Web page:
summer trucking stories across 45 years
Hey Folks. I’m currently on vacation in beautiful British Columbia but I thought I’d submit a few stories that I’d collected for a feature but didn’t have room to include. The stories range across 45 years, from 1964 to 2009. The first one is by William (Diesel Gypsy) Weatherstone, now retired and living in Elliot Lake, Ont. He’s a self-taught writer with a great stockpile of trucking lore. Those interested in reading more would do well to check out his website www.thedieselgypsy.com
THE MONTREAL DOCKS (PIERS) 1964
While at my time as one of Izzie’s Gypsies I used to haul bandit loads from Toronto to the docks in Montreal. It was a whole different ballgame than in today’s day and age.
First, in the early 1960’s Izzie had a scrap yard in the old industrial section in Toronto’s east side. There he would buy and sell scrap metals of all kinds. He had a couple of B-61 Mack’s and 36’ flat deck trailers with 36” racks; one of which was my honeymoon chariot.
His specialty was to buy up old used car batteries and scrap them for their lead plates. He had a set of rollers that when the battery was set on and started to roll down into the plant, they would pass trough a box oven (home made) and the gas flames above the battery would melt the top of the casing, and when it reached the end of the conveyer rollers a couple men would take the battery and turn it upside down and dump the guts from the casing (Lead plates & posts) into a steel bin; discarding the Bakelite casing into a pile for the dump.
Now Izzie was a pretty shrewd character and worshiped the all mighty dollar as much as any man in business, perhaps even more so.
He had a few regular customers that he would gypsy loads down to Montreal for them, and then reload scrap batteries for the return load which was the only legal part of the trip.
One of those customers was a chemical company down in the Niagara region that manufactured Aluminum Chloride, and shipped in 45 gallon drums.
I would pick up a load during the day and deliver to the docks in Montréal before 6am the next morning.
We received $10 dollars to hire a dock worker to unload by hand. The tarp was pulled back and the side racks were removed. The lift truck would set a couple stacks of seaway pallets up against the trailer so the loader could hand roll each drum onto them. If I unloaded myself I could keep the fee.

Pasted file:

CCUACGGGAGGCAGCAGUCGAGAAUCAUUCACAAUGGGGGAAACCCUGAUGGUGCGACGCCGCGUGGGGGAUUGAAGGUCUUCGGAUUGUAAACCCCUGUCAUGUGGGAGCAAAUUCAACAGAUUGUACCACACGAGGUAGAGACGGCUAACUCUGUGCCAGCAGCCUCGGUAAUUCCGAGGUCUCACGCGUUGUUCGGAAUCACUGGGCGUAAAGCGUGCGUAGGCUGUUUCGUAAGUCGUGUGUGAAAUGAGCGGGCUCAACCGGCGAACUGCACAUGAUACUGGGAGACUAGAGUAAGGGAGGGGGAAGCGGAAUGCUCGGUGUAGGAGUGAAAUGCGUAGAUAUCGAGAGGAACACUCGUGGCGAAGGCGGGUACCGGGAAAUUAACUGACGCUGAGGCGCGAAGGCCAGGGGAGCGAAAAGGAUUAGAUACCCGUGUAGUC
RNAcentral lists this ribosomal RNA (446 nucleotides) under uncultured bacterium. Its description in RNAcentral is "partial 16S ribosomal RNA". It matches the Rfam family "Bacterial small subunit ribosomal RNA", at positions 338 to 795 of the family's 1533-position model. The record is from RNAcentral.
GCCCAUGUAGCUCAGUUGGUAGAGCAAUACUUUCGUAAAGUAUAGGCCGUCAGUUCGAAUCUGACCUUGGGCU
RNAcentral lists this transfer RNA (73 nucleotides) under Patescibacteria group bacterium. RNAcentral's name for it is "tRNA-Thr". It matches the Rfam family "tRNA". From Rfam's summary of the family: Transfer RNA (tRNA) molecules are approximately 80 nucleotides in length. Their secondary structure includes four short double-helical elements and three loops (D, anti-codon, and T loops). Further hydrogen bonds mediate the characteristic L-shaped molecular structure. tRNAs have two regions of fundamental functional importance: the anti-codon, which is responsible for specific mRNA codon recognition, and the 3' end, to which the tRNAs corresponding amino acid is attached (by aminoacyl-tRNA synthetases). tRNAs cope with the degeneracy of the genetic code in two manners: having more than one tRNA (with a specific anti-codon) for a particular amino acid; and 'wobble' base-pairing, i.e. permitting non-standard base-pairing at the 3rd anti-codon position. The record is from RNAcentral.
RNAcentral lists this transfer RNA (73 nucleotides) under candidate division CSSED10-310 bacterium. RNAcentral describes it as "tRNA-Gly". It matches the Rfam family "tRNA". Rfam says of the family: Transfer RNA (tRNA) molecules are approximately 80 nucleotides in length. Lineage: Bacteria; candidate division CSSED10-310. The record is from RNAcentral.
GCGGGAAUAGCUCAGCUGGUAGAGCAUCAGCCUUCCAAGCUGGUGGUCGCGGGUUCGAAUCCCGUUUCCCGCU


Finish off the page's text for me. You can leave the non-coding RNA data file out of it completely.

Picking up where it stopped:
In my case I had hired the dock foreman to unload for me while I grabbed a bit of sleep, while other drivers would keep ½ the fee for themselves and short change the un-loaders. By doing so, 2 or 3 trucks would have to wait for unloading for as much as ½ a day. In my case I was always unloaded and on my way for a pick-up order within an hour.
On one particular trip, the outside temperature was pushing 90 and the inside of the steel storage shed was over 100. The drums started to swell and white smoke began leaking out the top of the drum. The crew immediately took off expecting an explosion. I was approached to see what should be done to prevent a disaster.
I borrowed a screwdriver from the foreman, wrapped a towel around my face and went into the shed. There were 72 drums, and one at a time I backed off the closed vent on top of the drum, releasing the pressure in a cloud of Aluminum chloride fumes. I did all 72 drums before the crew would return to work.
All went pretty good for most of the summer stocking up a boatload of product.
I was early for one load and the foreman came to me and told me to get off the docks right away and wait a couple hours as they were expecting an uprising this day. He did not bother warning the other 2 drivers when they came in (retaliation for cutting the unloading rate)
I went about 6 blocks away and parked in front of a Tavern. (In Quebec, they open at 7am) I sat for an hour & ½ then called to Toronto, getting an OK to drop the load at another storage facility.
The other trucks did not get out till late that night, but got out without damage. The problem was contained at the other end of the pier. After that episode, the other drivers had to pay the full $10 fee, or do it themselves, taking almost all day, and keep looking over their shoulder for possible retaliation.
At another Pier # was a different type of incident.
One of Izzie’s regular winter customers was a hide dealer, who got fresh hides from the abattoirs in Toronto. They dried, scraped, folded and salted, and then tied and tagged each in a bundle.
The trailer was dropped at the shed and loaded by hand. In the early evening we would go and pick up the loaded trailer and be on the docks by 6 am the following morning.
This particular shed was filled with thousands of hides (a boatload) for shipment to Russia.
These were the last days before the introduction of the container system.